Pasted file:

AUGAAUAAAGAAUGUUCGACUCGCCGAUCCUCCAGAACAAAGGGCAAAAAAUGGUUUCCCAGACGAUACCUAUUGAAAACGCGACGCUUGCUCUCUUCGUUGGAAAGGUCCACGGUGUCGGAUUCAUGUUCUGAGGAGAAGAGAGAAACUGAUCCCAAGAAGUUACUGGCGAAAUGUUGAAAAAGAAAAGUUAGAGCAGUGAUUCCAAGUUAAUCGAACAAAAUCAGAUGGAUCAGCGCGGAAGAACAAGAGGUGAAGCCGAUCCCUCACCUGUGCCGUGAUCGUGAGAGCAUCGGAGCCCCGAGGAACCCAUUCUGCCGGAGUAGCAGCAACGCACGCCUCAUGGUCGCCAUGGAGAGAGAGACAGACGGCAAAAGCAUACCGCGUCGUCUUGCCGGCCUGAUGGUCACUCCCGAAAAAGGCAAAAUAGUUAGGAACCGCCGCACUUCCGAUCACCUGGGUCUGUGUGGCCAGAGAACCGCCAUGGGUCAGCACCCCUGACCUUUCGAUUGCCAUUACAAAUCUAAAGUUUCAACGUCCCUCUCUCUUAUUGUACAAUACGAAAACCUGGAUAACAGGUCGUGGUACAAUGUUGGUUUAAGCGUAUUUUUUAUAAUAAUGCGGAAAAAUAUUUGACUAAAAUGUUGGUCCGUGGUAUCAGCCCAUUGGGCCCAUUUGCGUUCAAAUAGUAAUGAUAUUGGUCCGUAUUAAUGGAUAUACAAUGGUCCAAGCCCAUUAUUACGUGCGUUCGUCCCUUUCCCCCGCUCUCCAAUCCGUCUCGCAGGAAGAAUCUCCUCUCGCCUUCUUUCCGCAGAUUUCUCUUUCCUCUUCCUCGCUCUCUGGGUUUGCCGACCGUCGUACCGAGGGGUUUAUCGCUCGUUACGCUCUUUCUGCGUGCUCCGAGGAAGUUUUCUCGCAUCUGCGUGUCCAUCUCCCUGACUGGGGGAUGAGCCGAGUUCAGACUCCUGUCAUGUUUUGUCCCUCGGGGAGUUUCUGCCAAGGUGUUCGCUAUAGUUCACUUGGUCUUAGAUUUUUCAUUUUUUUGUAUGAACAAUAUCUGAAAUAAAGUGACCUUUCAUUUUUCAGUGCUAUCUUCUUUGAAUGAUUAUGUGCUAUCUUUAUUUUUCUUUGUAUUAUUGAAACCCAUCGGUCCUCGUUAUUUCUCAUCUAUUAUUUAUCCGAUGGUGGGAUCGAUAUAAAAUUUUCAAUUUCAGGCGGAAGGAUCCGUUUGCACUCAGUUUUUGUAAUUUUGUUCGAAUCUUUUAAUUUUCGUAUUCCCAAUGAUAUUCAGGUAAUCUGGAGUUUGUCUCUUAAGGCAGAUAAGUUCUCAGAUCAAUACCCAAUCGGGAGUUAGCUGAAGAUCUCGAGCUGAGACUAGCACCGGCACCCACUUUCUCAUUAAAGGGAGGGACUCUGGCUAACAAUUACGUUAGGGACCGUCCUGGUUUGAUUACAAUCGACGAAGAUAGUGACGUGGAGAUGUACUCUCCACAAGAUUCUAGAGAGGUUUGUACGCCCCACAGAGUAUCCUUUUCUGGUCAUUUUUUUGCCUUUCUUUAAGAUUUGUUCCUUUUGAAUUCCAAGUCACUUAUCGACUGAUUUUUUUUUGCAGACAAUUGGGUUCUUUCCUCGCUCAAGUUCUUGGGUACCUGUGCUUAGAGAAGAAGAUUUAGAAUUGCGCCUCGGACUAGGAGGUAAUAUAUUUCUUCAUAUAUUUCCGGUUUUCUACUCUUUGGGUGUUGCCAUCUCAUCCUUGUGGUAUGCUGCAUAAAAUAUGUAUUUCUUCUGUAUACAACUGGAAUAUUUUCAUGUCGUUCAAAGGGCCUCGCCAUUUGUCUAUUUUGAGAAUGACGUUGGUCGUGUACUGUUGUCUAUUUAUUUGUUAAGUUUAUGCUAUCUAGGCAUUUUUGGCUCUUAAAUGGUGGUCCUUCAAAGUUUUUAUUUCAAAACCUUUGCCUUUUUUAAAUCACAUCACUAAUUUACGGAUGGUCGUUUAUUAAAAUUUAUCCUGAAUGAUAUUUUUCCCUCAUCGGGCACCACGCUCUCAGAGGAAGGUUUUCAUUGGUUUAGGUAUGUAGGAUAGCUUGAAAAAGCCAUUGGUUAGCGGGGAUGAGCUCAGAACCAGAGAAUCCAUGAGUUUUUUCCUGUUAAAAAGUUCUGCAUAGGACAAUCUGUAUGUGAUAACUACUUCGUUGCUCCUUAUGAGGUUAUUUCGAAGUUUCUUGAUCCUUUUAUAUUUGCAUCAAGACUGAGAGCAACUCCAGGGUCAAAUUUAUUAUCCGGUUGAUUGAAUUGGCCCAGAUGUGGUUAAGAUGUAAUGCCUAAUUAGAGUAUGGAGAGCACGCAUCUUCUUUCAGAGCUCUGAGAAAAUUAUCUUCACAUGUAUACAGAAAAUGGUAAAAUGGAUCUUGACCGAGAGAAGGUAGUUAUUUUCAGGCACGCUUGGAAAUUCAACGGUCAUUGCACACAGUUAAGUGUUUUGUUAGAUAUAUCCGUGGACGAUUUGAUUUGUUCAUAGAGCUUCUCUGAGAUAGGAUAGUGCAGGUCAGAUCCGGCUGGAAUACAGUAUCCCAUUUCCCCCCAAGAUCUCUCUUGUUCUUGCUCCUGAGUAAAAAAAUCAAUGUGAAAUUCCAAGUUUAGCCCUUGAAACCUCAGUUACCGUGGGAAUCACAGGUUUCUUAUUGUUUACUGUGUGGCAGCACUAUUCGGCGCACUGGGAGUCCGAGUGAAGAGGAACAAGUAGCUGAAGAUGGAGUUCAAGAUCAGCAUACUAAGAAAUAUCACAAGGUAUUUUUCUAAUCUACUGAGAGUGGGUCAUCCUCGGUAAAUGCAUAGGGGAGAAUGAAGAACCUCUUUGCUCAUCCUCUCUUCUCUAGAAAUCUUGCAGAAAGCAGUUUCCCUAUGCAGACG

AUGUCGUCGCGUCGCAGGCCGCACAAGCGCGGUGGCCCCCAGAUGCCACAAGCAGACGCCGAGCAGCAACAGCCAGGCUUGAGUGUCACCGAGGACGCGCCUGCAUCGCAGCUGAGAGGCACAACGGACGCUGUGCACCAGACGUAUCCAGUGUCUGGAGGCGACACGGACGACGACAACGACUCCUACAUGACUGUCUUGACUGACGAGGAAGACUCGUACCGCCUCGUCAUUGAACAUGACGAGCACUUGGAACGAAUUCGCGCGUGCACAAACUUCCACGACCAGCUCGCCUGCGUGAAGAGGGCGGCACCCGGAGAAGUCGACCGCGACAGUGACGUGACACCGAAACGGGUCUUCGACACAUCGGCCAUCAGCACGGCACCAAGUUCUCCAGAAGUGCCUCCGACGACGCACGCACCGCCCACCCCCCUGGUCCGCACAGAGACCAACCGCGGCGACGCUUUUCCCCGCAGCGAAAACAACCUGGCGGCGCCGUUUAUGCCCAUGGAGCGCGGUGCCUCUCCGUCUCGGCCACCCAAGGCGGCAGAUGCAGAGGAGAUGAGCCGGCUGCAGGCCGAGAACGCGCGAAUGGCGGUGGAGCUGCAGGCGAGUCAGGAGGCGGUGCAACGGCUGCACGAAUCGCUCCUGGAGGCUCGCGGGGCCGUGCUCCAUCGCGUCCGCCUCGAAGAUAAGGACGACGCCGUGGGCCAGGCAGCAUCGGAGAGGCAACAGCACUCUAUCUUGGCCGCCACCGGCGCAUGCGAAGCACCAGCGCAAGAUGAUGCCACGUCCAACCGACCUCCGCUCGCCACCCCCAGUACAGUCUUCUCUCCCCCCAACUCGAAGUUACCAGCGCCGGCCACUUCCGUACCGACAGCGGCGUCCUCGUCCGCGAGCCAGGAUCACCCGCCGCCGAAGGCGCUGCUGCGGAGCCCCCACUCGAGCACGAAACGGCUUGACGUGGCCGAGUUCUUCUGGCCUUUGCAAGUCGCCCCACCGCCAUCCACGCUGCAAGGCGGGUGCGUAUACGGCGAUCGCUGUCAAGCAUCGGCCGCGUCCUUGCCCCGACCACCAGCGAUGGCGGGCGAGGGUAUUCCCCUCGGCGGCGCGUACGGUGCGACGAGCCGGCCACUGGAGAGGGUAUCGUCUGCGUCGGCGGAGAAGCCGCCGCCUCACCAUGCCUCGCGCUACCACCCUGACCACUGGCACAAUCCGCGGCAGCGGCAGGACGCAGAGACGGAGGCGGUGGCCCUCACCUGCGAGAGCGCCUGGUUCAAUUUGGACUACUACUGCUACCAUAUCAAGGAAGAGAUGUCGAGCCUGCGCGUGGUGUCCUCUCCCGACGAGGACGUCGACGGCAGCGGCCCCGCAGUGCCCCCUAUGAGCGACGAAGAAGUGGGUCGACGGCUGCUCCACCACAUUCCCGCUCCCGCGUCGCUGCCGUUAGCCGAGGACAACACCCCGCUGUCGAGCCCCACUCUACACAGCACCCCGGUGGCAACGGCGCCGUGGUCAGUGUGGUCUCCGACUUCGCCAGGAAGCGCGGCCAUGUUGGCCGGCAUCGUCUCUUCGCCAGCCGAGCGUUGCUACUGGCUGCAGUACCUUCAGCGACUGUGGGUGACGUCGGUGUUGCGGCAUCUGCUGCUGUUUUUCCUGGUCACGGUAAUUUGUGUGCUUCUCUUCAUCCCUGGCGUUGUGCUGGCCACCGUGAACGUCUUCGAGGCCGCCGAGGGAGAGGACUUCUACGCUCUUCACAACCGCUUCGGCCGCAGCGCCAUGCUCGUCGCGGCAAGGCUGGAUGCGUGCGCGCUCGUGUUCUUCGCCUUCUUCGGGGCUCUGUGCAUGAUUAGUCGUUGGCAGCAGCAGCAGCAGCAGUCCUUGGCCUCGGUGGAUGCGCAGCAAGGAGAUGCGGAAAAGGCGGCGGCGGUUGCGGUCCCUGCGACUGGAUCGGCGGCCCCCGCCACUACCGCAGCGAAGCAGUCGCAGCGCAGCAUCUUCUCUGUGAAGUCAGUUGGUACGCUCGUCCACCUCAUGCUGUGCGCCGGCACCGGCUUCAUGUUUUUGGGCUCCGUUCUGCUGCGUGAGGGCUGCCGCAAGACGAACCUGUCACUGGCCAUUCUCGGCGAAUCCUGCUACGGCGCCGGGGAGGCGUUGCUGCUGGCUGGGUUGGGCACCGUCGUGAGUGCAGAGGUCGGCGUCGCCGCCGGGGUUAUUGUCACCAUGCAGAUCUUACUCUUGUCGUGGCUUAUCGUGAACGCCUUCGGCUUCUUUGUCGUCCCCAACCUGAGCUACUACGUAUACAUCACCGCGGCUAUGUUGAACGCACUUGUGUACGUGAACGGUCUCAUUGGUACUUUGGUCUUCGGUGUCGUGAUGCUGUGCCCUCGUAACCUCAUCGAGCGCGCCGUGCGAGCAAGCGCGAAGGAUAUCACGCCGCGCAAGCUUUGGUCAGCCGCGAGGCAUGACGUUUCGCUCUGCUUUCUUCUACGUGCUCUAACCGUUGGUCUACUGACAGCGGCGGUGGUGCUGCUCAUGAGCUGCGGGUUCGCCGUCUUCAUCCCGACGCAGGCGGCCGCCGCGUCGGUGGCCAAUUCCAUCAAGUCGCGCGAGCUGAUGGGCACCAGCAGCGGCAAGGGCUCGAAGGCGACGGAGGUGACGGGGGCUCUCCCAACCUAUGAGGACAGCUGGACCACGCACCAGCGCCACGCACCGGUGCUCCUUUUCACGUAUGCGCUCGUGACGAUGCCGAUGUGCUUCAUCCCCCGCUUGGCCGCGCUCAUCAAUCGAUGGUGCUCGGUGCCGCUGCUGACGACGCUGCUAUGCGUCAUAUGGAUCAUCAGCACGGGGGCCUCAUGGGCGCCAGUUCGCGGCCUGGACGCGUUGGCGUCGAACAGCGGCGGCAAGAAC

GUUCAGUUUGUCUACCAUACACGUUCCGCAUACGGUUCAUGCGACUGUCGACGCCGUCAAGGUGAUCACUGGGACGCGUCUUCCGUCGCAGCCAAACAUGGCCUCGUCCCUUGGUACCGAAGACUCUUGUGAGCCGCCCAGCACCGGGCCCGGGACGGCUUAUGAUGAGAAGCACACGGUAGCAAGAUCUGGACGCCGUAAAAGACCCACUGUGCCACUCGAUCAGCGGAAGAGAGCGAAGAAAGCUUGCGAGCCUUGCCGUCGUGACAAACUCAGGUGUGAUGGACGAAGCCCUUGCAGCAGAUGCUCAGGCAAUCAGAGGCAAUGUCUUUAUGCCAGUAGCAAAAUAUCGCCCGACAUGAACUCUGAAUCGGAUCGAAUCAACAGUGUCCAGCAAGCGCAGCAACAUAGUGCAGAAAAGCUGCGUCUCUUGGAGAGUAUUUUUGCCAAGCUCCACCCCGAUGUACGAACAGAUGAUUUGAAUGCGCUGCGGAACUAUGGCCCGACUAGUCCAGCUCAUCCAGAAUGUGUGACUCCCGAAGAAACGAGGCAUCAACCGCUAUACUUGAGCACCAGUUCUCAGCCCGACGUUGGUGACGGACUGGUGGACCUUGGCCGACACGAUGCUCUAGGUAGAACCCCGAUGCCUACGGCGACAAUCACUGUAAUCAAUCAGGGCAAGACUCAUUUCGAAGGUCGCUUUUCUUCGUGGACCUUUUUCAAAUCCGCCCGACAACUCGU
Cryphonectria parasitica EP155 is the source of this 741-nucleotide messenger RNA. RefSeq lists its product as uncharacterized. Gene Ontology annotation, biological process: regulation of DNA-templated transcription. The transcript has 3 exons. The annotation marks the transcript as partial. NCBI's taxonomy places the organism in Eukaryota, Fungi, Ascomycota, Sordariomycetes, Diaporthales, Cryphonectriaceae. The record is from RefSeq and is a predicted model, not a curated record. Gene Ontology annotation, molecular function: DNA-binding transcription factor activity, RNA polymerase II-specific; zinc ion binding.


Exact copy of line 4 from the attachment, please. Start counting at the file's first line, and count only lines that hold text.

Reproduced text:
Cryphonectria parasitica EP155 is the source of this 741-nucleotide messenger RNA. RefSeq lists its product as uncharacterized. Gene Ontology annotation, biological process: regulation of DNA-templated transcription. The transcript has 3 exons. The annotation marks the transcript as partial. NCBI's taxonomy places the organism in Eukaryota, Fungi, Ascomycota, Sordariomycetes, Diaporthales, Cryphonectriaceae. The record is from RefSeq and is a predicted model, not a curated record. Gene Ontology annotation, molecular function: DNA-binding transcription factor activity, RNA polymerase II-specific; zinc ion binding.